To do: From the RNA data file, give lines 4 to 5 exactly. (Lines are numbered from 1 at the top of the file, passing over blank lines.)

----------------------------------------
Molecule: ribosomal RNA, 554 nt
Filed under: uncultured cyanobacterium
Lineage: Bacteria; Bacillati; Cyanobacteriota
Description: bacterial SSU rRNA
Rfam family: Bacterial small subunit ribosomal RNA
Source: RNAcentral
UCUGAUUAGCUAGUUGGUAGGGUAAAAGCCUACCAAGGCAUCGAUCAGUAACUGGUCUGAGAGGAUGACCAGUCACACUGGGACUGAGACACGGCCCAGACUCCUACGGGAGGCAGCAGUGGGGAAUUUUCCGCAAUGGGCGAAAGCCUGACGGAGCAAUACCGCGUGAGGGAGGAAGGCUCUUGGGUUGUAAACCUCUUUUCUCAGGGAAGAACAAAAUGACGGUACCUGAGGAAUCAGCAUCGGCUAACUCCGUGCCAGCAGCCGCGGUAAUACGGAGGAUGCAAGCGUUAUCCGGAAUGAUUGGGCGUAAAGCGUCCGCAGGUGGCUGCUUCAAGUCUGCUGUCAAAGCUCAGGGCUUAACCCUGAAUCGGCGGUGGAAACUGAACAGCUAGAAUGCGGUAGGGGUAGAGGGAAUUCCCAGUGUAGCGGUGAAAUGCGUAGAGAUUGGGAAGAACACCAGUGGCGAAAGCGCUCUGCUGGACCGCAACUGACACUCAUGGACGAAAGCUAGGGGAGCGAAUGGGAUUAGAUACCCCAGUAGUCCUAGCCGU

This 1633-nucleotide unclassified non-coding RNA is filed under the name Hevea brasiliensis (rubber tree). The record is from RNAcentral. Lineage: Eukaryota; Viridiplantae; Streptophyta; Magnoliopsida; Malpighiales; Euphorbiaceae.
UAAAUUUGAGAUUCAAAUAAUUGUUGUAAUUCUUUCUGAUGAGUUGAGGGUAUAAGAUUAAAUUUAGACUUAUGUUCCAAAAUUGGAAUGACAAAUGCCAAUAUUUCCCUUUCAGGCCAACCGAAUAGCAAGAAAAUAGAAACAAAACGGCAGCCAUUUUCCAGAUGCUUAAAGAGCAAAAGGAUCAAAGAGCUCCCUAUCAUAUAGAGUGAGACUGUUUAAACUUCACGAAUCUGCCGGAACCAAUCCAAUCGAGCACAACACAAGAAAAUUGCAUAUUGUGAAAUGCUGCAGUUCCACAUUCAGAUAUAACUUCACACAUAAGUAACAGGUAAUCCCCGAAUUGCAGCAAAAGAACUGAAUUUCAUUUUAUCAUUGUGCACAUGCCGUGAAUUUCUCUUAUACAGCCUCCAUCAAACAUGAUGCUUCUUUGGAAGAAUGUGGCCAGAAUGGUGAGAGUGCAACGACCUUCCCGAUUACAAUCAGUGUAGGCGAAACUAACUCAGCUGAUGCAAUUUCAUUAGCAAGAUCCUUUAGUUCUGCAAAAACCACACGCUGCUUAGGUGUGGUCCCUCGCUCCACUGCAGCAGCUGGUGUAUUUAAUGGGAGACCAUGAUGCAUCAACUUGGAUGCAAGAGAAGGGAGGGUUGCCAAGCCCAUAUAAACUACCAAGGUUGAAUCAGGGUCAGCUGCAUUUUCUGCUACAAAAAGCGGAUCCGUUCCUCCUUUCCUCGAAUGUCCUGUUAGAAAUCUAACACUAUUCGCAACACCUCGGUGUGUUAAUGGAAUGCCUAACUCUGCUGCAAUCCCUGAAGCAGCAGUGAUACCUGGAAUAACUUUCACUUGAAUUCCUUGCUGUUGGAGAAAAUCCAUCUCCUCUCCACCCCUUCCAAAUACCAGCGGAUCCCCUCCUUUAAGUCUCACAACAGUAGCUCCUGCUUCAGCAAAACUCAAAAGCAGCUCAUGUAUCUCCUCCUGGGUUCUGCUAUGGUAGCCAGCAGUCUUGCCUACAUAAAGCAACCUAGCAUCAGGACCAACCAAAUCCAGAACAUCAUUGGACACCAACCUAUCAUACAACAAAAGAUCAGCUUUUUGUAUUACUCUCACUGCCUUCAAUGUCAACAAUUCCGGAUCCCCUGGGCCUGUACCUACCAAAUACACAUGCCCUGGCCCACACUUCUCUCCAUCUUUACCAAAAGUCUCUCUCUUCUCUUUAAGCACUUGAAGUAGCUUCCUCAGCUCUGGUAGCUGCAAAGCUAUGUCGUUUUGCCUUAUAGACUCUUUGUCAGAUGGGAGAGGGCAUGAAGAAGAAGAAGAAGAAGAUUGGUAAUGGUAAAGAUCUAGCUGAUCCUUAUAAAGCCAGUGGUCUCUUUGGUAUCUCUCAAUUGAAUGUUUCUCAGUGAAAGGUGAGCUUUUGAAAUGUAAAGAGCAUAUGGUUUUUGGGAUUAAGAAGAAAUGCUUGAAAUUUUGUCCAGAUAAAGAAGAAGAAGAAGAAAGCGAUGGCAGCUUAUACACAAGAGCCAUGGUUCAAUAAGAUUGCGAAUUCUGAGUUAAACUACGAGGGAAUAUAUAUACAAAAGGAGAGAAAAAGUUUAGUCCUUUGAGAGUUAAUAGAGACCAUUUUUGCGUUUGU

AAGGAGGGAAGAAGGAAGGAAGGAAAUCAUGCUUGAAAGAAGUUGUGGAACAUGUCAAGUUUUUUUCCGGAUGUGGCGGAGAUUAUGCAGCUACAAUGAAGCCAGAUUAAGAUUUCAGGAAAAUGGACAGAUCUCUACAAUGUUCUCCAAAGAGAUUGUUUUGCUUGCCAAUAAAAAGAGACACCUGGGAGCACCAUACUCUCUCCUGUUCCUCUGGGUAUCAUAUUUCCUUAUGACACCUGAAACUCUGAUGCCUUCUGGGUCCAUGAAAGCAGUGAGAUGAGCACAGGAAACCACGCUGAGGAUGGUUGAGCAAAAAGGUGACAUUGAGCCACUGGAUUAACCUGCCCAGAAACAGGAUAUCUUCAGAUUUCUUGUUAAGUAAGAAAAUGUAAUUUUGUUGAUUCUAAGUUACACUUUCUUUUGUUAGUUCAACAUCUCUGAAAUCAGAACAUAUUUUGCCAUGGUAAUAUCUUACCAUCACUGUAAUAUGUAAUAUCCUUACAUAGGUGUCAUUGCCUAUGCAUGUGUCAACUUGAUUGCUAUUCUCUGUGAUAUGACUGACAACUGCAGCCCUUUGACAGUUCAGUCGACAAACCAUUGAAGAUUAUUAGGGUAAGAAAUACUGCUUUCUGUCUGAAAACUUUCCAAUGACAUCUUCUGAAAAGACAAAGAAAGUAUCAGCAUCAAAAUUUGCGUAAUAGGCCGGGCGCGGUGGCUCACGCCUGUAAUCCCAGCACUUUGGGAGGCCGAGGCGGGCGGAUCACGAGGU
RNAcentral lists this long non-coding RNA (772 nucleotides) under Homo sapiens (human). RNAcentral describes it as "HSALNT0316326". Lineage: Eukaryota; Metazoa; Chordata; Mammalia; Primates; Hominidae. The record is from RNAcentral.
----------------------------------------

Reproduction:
Description: bacterial SSU rRNA
Rfam family: Bacterial small subunit ribosomal RNA